Sarah A. Reed Children’s Center Case Study

Sarah A. Reed Children’s Center Case Study

Modern, versatile classroom furniture instills pride and helps improve student outcomes at Sarah A. Reed Children’s Center

Equipping classrooms and other school spaces with comfortable and flexible furnishings doesn’t just open up new possibilities for instruction. It can also boost the engagement and morale of both students and staff.

With the help of grant funding, the St. Ann’s School campus of Sarah A. Reed Children’s Center (SRCC) in Erie, Pennsylvania, furnished nine classrooms, a faculty lounge, a board room, multiple offices, and a library space. Modern new furniture was provided by School Specialty® for the students in its sanctuary-based learning programs, many of whom have experienced some form of trauma in their lives.

“These are kids who are going through some pretty big challenges,” says Gary Bukowski, CRFE, associate vice president of development for the center. “They’re used to having hand-me-down belongings.”

The new furniture includes ergonomically designed and age-appropriate desks and chairs that can be moved around the room easily to support various learning activities, as well as interactive whiteboards, corkboards, and tables with markerboard tops that students can write on.

The transformation of the center’s learning spaces has enabled teachers to become more creative with their instruction by supporting more active and engaging learning strategies. It has also raised the morale of students by instilling a strong sense of pride.

“Having this furniture has added a dimension of respect among students and has helped them to feel good about themselves,” Bukowski says. “The students know we’re serious about trying to make a difference in their lives.”

Transforming Classrooms

Sarah A. Reed Children’s Center operates two full-time educational programs for the Erie City School District.

SELF, which stands for Sanctuary Education for Learning Fundamentals, is a program for students in grades 3-8 who struggle in their typical school setting and who benefit from smaller class sizes in a therapeutic, supportive learning environment. SBLP, or Sanctuary Based Learning Program, is for special education students in grades K-12.

Students in these programs learn core curriculum content, as well as social-emotional learning and coping skills—and they have access to therapy services as well. In most cases, students are referred to these programs by the school district, and the duration of their placement varies. In addition to fully certified teachers, the program includes clinical staff trained in Ukeru and Safe Crisis Management practices.

Prior to the transformation of its learning spaces, the center was using old furnishings recycled from classrooms at the district’s other schools. This meant that many students weren’t using age-appropriate desks and chairs.

During the 2022-23 school year, the center secured grant funding from various sources—including the Henry A. and Mary J. MacDonald Family Foundation— to refurnish its St. Ann’s School campus.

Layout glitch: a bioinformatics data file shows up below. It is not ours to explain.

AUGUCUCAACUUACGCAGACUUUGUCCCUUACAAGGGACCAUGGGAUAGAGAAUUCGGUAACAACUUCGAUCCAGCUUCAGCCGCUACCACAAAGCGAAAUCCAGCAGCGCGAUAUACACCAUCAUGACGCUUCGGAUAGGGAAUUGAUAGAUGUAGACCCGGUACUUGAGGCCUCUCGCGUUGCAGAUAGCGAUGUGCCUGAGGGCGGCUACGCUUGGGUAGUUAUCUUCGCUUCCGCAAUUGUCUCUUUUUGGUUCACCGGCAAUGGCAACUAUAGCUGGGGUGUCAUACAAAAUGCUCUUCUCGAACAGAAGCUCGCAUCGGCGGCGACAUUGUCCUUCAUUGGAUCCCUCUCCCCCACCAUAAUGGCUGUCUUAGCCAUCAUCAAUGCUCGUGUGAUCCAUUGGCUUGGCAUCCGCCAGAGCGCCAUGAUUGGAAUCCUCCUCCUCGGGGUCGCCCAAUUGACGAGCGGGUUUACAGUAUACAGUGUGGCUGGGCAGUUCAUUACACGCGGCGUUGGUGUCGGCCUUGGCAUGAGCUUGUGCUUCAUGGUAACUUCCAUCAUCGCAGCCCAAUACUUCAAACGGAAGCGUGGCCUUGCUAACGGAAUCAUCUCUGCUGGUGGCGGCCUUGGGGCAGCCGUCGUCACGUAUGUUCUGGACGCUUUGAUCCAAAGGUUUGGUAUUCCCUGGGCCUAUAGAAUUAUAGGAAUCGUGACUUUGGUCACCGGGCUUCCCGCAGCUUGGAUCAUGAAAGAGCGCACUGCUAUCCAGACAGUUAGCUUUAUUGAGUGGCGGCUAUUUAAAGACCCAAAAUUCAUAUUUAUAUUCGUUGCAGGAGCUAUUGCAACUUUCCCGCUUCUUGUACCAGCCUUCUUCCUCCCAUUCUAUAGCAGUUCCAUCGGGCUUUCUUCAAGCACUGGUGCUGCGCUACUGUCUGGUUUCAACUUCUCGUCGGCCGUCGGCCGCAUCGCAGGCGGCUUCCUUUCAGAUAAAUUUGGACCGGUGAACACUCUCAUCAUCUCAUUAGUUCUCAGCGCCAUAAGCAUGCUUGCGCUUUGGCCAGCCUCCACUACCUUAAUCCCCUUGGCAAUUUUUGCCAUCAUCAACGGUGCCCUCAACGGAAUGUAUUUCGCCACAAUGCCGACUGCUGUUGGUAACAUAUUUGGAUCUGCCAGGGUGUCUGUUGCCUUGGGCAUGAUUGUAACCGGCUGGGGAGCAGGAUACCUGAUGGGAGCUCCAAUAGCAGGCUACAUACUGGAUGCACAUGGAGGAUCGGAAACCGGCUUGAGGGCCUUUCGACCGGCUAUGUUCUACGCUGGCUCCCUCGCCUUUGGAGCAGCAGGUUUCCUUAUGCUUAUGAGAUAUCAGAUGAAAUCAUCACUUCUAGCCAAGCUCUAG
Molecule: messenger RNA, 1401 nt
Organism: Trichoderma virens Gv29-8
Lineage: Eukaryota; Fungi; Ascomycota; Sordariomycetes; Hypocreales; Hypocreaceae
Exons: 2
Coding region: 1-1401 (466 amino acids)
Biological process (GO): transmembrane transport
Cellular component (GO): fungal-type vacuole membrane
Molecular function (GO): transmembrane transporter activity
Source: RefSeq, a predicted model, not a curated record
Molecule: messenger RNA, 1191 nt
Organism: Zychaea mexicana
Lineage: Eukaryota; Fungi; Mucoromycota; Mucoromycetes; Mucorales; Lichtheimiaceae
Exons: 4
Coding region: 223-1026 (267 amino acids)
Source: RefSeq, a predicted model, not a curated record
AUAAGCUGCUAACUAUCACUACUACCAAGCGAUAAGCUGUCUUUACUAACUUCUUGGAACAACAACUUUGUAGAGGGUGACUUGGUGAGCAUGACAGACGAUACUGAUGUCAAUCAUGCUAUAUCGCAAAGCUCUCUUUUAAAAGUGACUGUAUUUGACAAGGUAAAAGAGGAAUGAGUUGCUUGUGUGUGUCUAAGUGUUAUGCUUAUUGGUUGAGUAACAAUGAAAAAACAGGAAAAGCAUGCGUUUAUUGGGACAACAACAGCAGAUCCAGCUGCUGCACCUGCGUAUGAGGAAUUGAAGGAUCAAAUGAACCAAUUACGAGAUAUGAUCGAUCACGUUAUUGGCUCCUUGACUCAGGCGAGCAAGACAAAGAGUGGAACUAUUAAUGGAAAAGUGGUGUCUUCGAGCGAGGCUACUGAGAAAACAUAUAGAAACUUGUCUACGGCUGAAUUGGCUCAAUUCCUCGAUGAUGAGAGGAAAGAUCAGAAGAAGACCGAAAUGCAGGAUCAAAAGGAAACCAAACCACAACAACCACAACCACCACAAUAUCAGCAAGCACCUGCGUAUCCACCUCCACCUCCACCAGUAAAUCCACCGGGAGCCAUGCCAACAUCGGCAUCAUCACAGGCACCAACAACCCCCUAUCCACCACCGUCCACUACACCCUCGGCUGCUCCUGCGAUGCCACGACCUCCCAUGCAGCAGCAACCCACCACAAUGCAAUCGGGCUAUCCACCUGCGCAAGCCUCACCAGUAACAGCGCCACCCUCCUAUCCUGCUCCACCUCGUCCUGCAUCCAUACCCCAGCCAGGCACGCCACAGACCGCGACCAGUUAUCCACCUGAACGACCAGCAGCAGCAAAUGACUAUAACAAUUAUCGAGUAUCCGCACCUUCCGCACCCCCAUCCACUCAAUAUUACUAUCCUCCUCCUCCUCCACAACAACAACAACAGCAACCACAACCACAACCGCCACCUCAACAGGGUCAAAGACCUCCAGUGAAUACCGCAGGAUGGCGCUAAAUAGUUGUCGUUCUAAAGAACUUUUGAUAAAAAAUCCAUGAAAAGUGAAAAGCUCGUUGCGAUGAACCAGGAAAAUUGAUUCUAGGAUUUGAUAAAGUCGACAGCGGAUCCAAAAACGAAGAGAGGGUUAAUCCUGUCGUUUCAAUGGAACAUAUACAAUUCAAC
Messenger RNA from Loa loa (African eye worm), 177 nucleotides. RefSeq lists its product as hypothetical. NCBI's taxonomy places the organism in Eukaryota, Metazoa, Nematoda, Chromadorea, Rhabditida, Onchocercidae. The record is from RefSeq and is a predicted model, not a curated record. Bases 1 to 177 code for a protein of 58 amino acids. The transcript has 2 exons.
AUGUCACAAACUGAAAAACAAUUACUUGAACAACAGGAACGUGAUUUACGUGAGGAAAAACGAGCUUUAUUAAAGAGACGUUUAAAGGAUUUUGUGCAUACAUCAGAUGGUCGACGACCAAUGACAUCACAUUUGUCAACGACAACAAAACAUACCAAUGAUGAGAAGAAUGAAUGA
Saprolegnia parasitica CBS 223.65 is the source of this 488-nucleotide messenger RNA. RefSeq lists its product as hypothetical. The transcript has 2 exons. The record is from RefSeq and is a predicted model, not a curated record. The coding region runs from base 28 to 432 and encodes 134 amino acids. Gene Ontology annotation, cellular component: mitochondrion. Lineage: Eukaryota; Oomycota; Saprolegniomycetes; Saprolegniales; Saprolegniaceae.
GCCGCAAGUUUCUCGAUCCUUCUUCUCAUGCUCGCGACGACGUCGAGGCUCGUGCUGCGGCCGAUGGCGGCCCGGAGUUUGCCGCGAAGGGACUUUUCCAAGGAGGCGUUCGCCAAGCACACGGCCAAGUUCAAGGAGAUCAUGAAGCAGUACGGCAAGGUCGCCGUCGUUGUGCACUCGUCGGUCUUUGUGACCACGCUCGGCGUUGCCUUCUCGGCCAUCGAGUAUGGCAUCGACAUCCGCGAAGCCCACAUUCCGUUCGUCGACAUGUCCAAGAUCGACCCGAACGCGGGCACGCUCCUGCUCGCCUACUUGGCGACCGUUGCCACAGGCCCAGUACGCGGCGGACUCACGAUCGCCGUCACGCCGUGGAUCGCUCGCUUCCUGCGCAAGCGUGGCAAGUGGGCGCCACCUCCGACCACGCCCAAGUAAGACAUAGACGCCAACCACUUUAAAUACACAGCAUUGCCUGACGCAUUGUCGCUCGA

School Specialty provided the new furniture in spring 2023. Bukowski placed the order in March, and the furniture was installed and ready to use by the end of April. “School Specialty has been great to work with,” Bukowski notes.

Supporting Better Learning Outcomes

The new furniture makes the center’s classrooms more versatile, which helps educators teach much more effectively.

“The classrooms in the Sanctuary Based Learning Program house students of varying grades and academic abilities,” says Clinical Instructor Elizabeth Brown. “Because of this, my classroom needs to be able to flex and change to fit the environment at any given moment.”

With the new furniture, Brown is able to reconfigure her classroom on the fly in ways that make sense for her students. As a result, “I can have my students interact with their learning in ways they weren’t able to do (before),” she observes.

Teachers can easily set up their classrooms in different ways to support different types of learning activities, such as whole class instruction or small group work. The tables with writeable surfaces encourage creativity by allowing students to sketch or jot down notes any time.

“When you have the right tools, it makes a big difference,” Bukowski says.

Versatility isn’t the only benefit. The teachers have noticed that students are more comfortable, better behaved, and more fully engaged in learning. Because they take pride in the new furniture, they want to keep it looking nice.

“The students often stated that they felt the (old) desks were ugly and inappropriate for their age. Receiving the new desks and chairs has been a game changer in the classroom,” Brown says. Adds SBLP Supervisor Ron Rodney: “It made the students feel a sense of pride that someone cares enough to provide them with these new items.”

This sense of pride is reflected in the effort that students are giving. Case Manager Julia Briggs describes a conversation she had with a parent shortly after the new furniture was installed.

“She told me that she is so happy her son came to our St. Ann’s campus,” Briggs says. “She sees a positive change in him at home and in his school reports, and she is very grateful.”

Originally published in